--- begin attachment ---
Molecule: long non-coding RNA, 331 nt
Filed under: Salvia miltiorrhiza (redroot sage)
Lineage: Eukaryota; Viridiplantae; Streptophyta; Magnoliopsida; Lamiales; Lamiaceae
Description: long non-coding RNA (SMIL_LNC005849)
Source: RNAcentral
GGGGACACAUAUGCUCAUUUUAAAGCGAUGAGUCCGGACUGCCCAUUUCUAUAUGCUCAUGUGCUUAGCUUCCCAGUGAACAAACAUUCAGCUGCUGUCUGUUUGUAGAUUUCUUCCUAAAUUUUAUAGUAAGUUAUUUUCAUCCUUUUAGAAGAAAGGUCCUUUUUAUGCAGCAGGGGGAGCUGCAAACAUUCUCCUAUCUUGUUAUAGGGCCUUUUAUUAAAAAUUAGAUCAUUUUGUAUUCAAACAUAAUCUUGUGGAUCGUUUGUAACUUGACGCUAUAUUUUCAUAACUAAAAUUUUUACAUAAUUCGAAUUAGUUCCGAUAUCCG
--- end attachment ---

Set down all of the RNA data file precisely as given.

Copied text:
Molecule: long non-coding RNA, 331 nt
Filed under: Salvia miltiorrhiza (redroot sage)
Lineage: Eukaryota; Viridiplantae; Streptophyta; Magnoliopsida; Lamiales; Lamiaceae
Description: long non-coding RNA (SMIL_LNC005849)
Source: RNAcentral
GGGGACACAUAUGCUCAUUUUAAAGCGAUGAGUCCGGACUGCCCAUUUCUAUAUGCUCAUGUGCUUAGCUUCCCAGUGAACAAACAUUCAGCUGCUGUCUGUUUGUAGAUUUCUUCCUAAAUUUUAUAGUAAGUUAUUUUCAUCCUUUUAGAAGAAAGGUCCUUUUUAUGCAGCAGGGGGAGCUGCAAACAUUCUCCUAUCUUGUUAUAGGGCCUUUUAUUAAAAAUUAGAUCAUUUUGUAUUCAAACAUAAUCUUGUGGAUCGUUUGUAACUUGACGCUAUAUUUUCAUAACUAAAAUUUUUACAUAAUUCGAAUUAGUUCCGAUAUCCG